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LUXURY

Submitted by Glen Aaron on August 23, 2011

Young George Trofimoff had never experienced luxury. Growing up in his foster home in the Russian emigre enclave of Berlin, he was well cared for and was raised in a good environment. That is not to say there was an excess of goods, and, as World War II progressed, there were less and less.

After the War, in Paris, when George had received his visa to the U.S., the shipping company dock workers went on strike just as he arrived at the port in LeHavre. The shipping company responded to the strike by flying the America-bound passengers by commercial airline to La Guardia International airport in New York.

Leaving Montparnasse, George boarded a two-engine plane of Air France. He was 16-years old and had never flown in a plane. That flight took less than two hours to Amsterdam, where there would be a 16-hour layover. To George’s surprise, the passengers upon de-planing were escorted to a VIP waiting lounge.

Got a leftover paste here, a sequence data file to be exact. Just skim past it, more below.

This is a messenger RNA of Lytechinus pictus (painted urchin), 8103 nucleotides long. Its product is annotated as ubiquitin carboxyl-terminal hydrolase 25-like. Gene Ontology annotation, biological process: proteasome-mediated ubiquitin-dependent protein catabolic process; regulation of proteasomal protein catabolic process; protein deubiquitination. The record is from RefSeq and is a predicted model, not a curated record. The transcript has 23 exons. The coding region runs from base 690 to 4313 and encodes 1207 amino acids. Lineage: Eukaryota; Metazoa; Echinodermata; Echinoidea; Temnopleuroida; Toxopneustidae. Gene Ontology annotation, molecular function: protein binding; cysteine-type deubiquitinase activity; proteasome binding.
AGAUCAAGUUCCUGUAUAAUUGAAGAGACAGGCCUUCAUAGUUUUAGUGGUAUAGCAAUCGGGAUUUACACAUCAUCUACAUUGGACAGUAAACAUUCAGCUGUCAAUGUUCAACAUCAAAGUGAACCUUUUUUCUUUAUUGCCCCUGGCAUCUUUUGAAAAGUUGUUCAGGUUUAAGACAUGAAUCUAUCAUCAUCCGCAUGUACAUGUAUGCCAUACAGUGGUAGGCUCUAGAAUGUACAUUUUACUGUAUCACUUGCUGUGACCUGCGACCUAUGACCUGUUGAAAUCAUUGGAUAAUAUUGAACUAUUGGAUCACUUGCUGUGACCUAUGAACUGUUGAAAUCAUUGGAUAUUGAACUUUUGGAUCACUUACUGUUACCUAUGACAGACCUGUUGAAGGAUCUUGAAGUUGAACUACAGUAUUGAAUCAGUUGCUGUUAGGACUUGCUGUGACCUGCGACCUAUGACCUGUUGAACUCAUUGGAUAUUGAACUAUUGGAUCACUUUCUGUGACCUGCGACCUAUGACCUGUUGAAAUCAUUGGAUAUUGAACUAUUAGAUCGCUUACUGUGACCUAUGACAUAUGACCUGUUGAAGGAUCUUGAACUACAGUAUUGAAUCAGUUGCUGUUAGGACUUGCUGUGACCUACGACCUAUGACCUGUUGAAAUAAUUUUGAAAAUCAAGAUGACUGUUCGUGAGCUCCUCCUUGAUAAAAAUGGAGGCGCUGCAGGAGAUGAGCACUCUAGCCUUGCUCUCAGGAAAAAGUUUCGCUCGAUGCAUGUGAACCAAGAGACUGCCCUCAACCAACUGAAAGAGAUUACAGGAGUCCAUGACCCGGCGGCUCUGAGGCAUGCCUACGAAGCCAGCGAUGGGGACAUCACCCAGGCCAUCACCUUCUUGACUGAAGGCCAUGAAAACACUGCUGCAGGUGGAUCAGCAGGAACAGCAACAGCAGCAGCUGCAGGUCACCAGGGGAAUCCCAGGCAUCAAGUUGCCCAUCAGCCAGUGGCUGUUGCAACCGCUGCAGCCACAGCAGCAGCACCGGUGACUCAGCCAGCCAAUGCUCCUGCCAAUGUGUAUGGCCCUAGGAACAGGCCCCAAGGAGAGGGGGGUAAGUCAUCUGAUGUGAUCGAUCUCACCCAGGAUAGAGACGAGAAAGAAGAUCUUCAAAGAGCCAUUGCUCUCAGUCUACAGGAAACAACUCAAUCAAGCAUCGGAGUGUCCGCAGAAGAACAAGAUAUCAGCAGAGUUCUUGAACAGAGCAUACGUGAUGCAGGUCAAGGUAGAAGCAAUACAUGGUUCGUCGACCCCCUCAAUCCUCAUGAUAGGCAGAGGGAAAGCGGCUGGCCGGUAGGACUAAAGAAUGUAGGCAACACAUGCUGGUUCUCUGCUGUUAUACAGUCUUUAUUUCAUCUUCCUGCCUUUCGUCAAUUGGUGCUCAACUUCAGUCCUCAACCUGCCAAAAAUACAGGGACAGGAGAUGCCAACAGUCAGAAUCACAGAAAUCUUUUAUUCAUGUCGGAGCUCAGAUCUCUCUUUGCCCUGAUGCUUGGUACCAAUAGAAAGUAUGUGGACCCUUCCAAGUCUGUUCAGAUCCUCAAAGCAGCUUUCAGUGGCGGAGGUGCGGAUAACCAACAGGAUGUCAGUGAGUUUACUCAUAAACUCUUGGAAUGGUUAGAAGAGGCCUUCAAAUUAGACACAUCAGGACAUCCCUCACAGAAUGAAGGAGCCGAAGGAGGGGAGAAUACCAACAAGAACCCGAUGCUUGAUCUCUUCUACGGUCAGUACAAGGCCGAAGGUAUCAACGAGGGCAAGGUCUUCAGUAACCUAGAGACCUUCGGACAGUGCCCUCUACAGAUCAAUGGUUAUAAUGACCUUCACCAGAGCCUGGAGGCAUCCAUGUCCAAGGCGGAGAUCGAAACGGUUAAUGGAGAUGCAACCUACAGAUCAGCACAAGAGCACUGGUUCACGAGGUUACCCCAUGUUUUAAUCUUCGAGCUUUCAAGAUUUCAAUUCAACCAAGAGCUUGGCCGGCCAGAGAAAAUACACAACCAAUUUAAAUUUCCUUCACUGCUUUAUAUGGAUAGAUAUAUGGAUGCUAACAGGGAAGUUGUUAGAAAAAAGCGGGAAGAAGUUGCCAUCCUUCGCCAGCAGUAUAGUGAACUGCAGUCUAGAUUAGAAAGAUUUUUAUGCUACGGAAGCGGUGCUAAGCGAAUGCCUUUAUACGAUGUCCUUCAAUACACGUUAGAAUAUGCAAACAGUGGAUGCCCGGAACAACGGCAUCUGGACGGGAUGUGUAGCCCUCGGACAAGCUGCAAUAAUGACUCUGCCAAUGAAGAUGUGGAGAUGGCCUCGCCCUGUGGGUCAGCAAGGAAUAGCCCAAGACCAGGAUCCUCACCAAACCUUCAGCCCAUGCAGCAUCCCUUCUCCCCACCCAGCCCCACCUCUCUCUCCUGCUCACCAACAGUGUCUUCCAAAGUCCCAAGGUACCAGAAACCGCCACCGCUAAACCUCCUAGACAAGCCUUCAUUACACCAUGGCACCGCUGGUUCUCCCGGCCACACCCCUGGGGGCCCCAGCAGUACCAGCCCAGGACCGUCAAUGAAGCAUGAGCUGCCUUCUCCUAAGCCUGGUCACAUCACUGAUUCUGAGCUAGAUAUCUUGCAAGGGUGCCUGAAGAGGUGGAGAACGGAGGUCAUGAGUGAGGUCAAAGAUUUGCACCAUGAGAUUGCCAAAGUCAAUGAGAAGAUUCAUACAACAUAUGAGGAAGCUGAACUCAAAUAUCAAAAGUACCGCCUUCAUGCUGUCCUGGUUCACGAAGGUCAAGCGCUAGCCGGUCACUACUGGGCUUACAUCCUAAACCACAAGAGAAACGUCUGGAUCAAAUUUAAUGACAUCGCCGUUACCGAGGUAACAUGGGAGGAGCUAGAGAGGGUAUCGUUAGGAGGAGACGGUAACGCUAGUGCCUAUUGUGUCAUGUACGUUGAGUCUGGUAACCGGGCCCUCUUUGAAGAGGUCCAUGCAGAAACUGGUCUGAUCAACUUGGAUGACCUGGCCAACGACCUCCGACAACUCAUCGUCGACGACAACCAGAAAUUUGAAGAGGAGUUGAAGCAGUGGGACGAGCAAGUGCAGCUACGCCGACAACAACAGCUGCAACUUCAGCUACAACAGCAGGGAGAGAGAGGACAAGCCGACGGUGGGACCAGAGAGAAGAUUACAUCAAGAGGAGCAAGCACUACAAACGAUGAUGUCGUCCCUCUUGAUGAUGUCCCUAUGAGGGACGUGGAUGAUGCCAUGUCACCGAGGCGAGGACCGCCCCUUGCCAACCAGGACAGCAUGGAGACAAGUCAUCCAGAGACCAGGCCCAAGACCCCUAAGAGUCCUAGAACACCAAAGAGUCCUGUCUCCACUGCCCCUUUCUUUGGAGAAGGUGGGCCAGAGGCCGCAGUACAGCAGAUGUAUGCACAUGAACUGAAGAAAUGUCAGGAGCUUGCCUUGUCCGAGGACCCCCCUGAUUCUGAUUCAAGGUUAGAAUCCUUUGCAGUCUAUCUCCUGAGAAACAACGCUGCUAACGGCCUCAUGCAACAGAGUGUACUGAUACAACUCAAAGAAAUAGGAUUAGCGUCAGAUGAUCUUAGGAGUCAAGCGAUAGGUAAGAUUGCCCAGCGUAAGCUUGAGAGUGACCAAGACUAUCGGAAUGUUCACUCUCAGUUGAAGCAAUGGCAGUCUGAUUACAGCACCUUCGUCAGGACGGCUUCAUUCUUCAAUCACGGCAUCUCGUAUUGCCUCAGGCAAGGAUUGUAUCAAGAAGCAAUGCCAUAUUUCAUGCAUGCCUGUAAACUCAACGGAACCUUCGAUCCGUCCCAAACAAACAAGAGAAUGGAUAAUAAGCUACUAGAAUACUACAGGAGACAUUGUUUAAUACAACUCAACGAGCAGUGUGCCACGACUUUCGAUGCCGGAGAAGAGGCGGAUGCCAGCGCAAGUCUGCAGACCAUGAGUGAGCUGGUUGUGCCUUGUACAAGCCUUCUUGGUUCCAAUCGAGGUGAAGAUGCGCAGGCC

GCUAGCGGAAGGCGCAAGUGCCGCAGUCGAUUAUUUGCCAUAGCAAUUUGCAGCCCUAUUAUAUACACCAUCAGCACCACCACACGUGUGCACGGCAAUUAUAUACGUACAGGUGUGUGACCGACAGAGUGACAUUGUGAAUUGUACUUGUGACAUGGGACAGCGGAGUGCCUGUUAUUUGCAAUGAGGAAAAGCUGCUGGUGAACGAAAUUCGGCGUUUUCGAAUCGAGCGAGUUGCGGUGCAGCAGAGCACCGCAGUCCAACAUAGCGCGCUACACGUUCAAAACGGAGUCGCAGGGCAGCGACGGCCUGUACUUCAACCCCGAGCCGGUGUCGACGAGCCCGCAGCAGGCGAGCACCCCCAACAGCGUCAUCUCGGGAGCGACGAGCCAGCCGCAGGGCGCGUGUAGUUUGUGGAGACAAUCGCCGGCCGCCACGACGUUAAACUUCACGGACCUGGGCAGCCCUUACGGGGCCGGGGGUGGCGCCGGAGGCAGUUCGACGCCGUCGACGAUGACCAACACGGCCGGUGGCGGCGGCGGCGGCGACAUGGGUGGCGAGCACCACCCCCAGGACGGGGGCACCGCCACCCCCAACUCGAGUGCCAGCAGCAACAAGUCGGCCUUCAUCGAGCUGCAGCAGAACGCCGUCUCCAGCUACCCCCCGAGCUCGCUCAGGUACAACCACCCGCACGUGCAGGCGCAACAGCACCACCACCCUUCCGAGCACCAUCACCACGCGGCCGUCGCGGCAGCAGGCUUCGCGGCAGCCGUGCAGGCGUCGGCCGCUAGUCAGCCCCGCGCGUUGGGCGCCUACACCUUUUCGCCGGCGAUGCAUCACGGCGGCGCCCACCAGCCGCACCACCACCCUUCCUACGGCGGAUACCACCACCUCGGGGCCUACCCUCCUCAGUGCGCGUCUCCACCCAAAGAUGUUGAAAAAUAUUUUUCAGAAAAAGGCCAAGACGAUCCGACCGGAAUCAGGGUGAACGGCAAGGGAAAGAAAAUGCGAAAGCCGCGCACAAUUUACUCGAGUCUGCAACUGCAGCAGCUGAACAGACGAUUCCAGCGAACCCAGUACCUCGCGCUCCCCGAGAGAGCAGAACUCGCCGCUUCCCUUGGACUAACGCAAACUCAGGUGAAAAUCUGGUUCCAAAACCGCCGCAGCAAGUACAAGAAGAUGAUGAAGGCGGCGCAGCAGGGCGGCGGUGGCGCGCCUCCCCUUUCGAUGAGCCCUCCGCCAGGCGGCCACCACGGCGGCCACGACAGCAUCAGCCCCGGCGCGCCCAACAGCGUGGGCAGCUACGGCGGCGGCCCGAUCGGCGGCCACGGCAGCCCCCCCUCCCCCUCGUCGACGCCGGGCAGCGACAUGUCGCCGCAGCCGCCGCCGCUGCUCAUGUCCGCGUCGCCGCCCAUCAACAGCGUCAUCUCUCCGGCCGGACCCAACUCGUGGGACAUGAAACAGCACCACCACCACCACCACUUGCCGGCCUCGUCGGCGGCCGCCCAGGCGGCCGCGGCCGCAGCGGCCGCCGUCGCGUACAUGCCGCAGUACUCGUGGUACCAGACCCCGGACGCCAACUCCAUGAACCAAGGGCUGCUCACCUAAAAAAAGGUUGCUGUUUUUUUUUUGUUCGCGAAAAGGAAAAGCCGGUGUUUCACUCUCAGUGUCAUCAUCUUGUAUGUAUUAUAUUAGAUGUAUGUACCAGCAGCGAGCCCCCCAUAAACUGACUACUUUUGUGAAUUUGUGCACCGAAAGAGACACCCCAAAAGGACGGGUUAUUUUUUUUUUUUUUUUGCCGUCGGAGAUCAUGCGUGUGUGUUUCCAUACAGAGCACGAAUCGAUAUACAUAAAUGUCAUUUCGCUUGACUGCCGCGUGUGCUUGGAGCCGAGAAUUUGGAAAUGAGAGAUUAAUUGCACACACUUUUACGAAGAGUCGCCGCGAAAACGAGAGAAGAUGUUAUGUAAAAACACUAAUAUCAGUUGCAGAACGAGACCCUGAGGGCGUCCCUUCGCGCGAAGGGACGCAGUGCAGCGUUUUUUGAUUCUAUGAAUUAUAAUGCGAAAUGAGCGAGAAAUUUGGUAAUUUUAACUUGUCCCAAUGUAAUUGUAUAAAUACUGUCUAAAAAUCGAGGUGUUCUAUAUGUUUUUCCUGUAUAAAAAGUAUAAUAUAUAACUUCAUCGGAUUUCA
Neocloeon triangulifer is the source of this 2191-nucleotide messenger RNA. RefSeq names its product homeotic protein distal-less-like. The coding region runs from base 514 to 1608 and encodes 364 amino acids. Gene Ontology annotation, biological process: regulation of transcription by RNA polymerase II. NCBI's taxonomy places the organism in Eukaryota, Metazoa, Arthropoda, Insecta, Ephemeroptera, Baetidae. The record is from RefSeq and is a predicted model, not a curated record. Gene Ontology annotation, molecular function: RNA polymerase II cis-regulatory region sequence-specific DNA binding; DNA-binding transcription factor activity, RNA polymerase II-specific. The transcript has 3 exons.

At first, George felt totally out-of-place and inhibited. This place was luxurious, and he could tell that it was reserved for important people. As he watched the other passengers settle in and partake of the offerings, he became more comfortable. Wide-eyed and eager, he enjoyed tasty hor d’oeuvres, several types of soups, and even filet mignon. This was all served with a choice of wines and drinks in between.

George could not believe his good fortune. As he boarded the KLM Royal Dutch airline “Super Constellation” after the layover, he found in-flight beautiful ladies serving even more. It was all overwhelming. He wondered if this kind of bounty was just the way it was in America.

I write of George’s life and the trial that destroyed his life in my book: “Observer: The Colonel George Trofimoff Story, the tale of America’s highest ranking military officer convicted of spying”.

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